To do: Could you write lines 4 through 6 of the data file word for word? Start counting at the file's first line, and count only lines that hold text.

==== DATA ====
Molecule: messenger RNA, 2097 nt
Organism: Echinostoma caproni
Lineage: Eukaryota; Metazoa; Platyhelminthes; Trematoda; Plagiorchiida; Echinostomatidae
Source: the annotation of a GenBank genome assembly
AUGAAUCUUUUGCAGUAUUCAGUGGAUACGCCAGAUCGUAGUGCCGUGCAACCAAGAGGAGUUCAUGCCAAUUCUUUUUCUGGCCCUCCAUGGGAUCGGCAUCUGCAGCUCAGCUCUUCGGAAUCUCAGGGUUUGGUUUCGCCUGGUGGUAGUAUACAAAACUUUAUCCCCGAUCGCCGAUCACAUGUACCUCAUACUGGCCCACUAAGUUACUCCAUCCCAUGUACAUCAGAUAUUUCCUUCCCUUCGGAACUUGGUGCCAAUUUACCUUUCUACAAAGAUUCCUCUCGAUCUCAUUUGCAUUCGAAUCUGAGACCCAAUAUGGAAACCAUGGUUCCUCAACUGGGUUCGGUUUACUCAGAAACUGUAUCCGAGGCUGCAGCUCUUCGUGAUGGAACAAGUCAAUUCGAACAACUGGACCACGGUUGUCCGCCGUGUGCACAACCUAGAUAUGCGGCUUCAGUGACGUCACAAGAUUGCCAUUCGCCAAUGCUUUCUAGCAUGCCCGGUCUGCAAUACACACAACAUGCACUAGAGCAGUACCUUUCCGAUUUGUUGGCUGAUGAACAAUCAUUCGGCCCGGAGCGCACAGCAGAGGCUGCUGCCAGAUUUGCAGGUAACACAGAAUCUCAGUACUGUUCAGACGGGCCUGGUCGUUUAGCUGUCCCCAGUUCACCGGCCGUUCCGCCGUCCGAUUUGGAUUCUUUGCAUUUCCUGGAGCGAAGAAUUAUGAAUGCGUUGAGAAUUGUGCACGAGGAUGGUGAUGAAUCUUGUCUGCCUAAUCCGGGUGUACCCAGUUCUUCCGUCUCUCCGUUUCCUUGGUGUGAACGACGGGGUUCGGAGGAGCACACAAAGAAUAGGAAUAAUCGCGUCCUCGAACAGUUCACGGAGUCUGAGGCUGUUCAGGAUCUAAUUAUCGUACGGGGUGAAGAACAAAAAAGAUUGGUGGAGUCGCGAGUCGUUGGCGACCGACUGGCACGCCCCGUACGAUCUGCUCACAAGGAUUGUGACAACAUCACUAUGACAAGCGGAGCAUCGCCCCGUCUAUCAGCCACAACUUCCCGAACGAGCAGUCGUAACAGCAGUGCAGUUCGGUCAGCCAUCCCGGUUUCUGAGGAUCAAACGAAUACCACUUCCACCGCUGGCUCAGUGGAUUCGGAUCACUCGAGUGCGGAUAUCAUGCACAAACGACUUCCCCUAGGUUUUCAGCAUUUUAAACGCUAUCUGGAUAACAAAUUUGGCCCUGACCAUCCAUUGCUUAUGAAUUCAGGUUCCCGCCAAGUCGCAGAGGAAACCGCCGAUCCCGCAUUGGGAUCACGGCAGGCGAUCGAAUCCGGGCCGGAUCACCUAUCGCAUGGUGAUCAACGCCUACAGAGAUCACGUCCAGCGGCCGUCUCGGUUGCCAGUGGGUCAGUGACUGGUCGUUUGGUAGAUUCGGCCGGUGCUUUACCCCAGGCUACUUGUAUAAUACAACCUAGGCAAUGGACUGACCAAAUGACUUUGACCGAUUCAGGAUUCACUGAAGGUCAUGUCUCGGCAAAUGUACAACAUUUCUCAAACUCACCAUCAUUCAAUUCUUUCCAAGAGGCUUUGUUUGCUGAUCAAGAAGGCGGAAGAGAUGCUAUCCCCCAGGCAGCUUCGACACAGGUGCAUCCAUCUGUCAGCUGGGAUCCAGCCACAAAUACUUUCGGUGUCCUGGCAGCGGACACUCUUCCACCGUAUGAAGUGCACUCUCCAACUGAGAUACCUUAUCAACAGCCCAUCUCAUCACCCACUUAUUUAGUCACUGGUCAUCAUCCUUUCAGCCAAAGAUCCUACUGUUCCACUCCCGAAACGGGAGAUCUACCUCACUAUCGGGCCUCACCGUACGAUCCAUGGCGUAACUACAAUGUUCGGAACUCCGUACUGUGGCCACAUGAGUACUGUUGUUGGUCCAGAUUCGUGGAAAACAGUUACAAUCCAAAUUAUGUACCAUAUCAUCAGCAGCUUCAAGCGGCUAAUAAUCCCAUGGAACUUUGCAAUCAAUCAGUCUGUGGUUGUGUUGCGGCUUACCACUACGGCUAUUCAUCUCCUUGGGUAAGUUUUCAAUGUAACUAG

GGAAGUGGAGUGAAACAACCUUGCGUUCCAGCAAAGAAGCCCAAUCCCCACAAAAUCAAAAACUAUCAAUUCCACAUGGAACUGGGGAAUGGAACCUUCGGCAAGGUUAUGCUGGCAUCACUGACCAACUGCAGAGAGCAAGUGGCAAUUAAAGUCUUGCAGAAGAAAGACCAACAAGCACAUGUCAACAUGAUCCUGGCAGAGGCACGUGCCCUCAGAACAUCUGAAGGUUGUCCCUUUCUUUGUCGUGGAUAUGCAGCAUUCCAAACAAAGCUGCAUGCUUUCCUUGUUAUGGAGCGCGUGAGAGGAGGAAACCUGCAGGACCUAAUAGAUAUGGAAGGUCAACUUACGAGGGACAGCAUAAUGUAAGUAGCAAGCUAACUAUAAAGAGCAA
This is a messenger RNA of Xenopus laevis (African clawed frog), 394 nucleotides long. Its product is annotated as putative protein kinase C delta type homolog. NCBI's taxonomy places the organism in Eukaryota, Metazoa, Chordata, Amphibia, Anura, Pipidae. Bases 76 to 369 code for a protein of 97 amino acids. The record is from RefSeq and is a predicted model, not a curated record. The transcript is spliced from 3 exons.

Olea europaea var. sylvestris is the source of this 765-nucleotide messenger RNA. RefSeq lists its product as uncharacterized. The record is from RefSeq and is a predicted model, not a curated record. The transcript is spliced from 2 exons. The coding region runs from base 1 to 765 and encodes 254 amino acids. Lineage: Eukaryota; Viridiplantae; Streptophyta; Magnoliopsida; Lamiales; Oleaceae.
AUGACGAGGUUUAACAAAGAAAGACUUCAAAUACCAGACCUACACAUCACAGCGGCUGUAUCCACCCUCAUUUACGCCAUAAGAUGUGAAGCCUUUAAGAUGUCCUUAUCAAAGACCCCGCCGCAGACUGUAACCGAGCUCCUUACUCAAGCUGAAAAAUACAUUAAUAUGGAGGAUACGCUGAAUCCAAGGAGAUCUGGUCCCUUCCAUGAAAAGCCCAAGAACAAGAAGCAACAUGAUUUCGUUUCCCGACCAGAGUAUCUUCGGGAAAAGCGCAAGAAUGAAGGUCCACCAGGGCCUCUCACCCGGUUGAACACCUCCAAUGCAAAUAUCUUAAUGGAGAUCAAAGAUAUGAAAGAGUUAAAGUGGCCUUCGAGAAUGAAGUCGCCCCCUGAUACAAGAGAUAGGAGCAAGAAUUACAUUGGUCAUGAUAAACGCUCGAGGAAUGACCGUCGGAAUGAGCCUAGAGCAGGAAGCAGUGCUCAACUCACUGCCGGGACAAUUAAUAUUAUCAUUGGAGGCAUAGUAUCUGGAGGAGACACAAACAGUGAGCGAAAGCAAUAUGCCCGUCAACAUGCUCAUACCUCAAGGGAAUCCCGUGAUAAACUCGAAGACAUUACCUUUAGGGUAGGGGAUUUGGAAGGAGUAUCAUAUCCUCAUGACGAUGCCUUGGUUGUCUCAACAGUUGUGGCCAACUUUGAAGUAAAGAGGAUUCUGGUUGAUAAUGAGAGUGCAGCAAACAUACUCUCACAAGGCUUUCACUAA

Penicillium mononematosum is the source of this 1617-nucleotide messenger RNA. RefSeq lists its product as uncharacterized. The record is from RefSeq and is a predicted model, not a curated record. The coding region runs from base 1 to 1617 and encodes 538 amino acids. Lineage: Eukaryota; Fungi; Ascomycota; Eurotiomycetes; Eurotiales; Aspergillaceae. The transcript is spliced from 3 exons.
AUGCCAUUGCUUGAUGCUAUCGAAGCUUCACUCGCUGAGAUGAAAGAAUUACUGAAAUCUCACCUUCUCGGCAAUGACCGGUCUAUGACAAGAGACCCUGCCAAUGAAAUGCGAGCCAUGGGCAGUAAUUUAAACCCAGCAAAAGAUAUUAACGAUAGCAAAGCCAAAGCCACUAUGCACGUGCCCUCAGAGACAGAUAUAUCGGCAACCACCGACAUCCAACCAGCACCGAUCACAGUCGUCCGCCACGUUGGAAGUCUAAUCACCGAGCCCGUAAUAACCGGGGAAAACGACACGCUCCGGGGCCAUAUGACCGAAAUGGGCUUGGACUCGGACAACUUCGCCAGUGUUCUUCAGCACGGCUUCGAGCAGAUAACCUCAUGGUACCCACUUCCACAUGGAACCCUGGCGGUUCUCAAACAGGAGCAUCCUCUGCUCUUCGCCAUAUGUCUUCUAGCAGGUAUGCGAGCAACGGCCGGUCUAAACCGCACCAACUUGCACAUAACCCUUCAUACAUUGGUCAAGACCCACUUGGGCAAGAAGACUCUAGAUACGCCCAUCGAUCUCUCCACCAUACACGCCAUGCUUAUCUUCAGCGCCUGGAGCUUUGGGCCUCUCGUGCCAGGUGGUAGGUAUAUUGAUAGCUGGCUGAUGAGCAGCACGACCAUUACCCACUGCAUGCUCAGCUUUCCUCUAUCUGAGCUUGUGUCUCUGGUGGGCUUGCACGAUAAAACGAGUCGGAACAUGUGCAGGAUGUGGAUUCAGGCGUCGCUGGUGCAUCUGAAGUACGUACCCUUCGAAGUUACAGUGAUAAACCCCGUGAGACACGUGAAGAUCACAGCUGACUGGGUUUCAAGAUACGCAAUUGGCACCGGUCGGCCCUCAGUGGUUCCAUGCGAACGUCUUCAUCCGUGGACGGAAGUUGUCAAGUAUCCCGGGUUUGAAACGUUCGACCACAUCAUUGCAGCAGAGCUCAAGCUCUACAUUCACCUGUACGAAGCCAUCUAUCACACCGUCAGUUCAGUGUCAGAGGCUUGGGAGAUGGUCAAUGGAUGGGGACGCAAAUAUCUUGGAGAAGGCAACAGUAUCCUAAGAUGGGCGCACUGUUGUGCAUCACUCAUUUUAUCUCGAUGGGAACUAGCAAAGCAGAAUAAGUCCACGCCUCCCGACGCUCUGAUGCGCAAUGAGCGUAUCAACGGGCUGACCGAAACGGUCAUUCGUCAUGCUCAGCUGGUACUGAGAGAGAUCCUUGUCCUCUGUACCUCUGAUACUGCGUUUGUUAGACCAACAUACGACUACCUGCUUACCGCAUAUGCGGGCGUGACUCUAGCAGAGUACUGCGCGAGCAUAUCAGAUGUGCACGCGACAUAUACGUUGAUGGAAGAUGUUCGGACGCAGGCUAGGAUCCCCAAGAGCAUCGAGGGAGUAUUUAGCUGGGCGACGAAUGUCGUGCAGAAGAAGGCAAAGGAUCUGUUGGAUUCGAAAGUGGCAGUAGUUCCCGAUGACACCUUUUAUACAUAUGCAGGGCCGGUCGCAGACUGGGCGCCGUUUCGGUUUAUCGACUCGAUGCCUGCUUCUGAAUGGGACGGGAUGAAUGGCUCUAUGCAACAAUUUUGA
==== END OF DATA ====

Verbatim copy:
Source: the annotation of a GenBank genome assembly
AUGAAUCUUUUGCAGUAUUCAGUGGAUACGCCAGAUCGUAGUGCCGUGCAACCAAGAGGAGUUCAUGCCAAUUCUUUUUCUGGCCCUCCAUGGGAUCGGCAUCUGCAGCUCAGCUCUUCGGAAUCUCAGGGUUUGGUUUCGCCUGGUGGUAGUAUACAAAACUUUAUCCCCGAUCGCCGAUCACAUGUACCUCAUACUGGCCCACUAAGUUACUCCAUCCCAUGUACAUCAGAUAUUUCCUUCCCUUCGGAACUUGGUGCCAAUUUACCUUUCUACAAAGAUUCCUCUCGAUCUCAUUUGCAUUCGAAUCUGAGACCCAAUAUGGAAACCAUGGUUCCUCAACUGGGUUCGGUUUACUCAGAAACUGUAUCCGAGGCUGCAGCUCUUCGUGAUGGAACAAGUCAAUUCGAACAACUGGACCACGGUUGUCCGCCGUGUGCACAACCUAGAUAUGCGGCUUCAGUGACGUCACAAGAUUGCCAUUCGCCAAUGCUUUCUAGCAUGCCCGGUCUGCAAUACACACAACAUGCACUAGAGCAGUACCUUUCCGAUUUGUUGGCUGAUGAACAAUCAUUCGGCCCGGAGCGCACAGCAGAGGCUGCUGCCAGAUUUGCAGGUAACACAGAAUCUCAGUACUGUUCAGACGGGCCUGGUCGUUUAGCUGUCCCCAGUUCACCGGCCGUUCCGCCGUCCGAUUUGGAUUCUUUGCAUUUCCUGGAGCGAAGAAUUAUGAAUGCGUUGAGAAUUGUGCACGAGGAUGGUGAUGAAUCUUGUCUGCCUAAUCCGGGUGUACCCAGUUCUUCCGUCUCUCCGUUUCCUUGGUGUGAACGACGGGGUUCGGAGGAGCACACAAAGAAUAGGAAUAAUCGCGUCCUCGAACAGUUCACGGAGUCUGAGGCUGUUCAGGAUCUAAUUAUCGUACGGGGUGAAGAACAAAAAAGAUUGGUGGAGUCGCGAGUCGUUGGCGACCGACUGGCACGCCCCGUACGAUCUGCUCACAAGGAUUGUGACAACAUCACUAUGACAAGCGGAGCAUCGCCCCGUCUAUCAGCCACAACUUCCCGAACGAGCAGUCGUAACAGCAGUGCAGUUCGGUCAGCCAUCCCGGUUUCUGAGGAUCAAACGAAUACCACUUCCACCGCUGGCUCAGUGGAUUCGGAUCACUCGAGUGCGGAUAUCAUGCACAAACGACUUCCCCUAGGUUUUCAGCAUUUUAAACGCUAUCUGGAUAACAAAUUUGGCCCUGACCAUCCAUUGCUUAUGAAUUCAGGUUCCCGCCAAGUCGCAGAGGAAACCGCCGAUCCCGCAUUGGGAUCACGGCAGGCGAUCGAAUCCGGGCCGGAUCACCUAUCGCAUGGUGAUCAACGCCUACAGAGAUCACGUCCAGCGGCCGUCUCGGUUGCCAGUGGGUCAGUGACUGGUCGUUUGGUAGAUUCGGCCGGUGCUUUACCCCAGGCUACUUGUAUAAUACAACCUAGGCAAUGGACUGACCAAAUGACUUUGACCGAUUCAGGAUUCACUGAAGGUCAUGUCUCGGCAAAUGUACAACAUUUCUCAAACUCACCAUCAUUCAAUUCUUUCCAAGAGGCUUUGUUUGCUGAUCAAGAAGGCGGAAGAGAUGCUAUCCCCCAGGCAGCUUCGACACAGGUGCAUCCAUCUGUCAGCUGGGAUCCAGCCACAAAUACUUUCGGUGUCCUGGCAGCGGACACUCUUCCACCGUAUGAAGUGCACUCUCCAACUGAGAUACCUUAUCAACAGCCCAUCUCAUCACCCACUUAUUUAGUCACUGGUCAUCAUCCUUUCAGCCAAAGAUCCUACUGUUCCACUCCCGAAACGGGAGAUCUACCUCACUAUCGGGCCUCACCGUACGAUCCAUGGCGUAACUACAAUGUUCGGAACUCCGUACUGUGGCCACAUGAGUACUGUUGUUGGUCCAGAUUCGUGGAAAACAGUUACAAUCCAAAUUAUGUACCAUAUCAUCAGCAGCUUCAAGCGGCUAAUAAUCCCAUGGAACUUUGCAAUCAAUCAGUCUGUGGUUGUGUUGCGGCUUACCACUACGGCUAUUCAUCUCCUUGGGUAAGUUUUCAAUGUAACUAG

GGAAGUGGAGUGAAACAACCUUGCGUUCCAGCAAAGAAGCCCAAUCCCCACAAAAUCAAAAACUAUCAAUUCCACAUGGAACUGGGGAAUGGAACCUUCGGCAAGGUUAUGCUGGCAUCACUGACCAACUGCAGAGAGCAAGUGGCAAUUAAAGUCUUGCAGAAGAAAGACCAACAAGCACAUGUCAACAUGAUCCUGGCAGAGGCACGUGCCCUCAGAACAUCUGAAGGUUGUCCCUUUCUUUGUCGUGGAUAUGCAGCAUUCCAAACAAAGCUGCAUGCUUUCCUUGUUAUGGAGCGCGUGAGAGGAGGAAACCUGCAGGACCUAAUAGAUAUGGAAGGUCAACUUACGAGGGACAGCAUAAUGUAAGUAGCAAGCUAACUAUAAAGAGCAA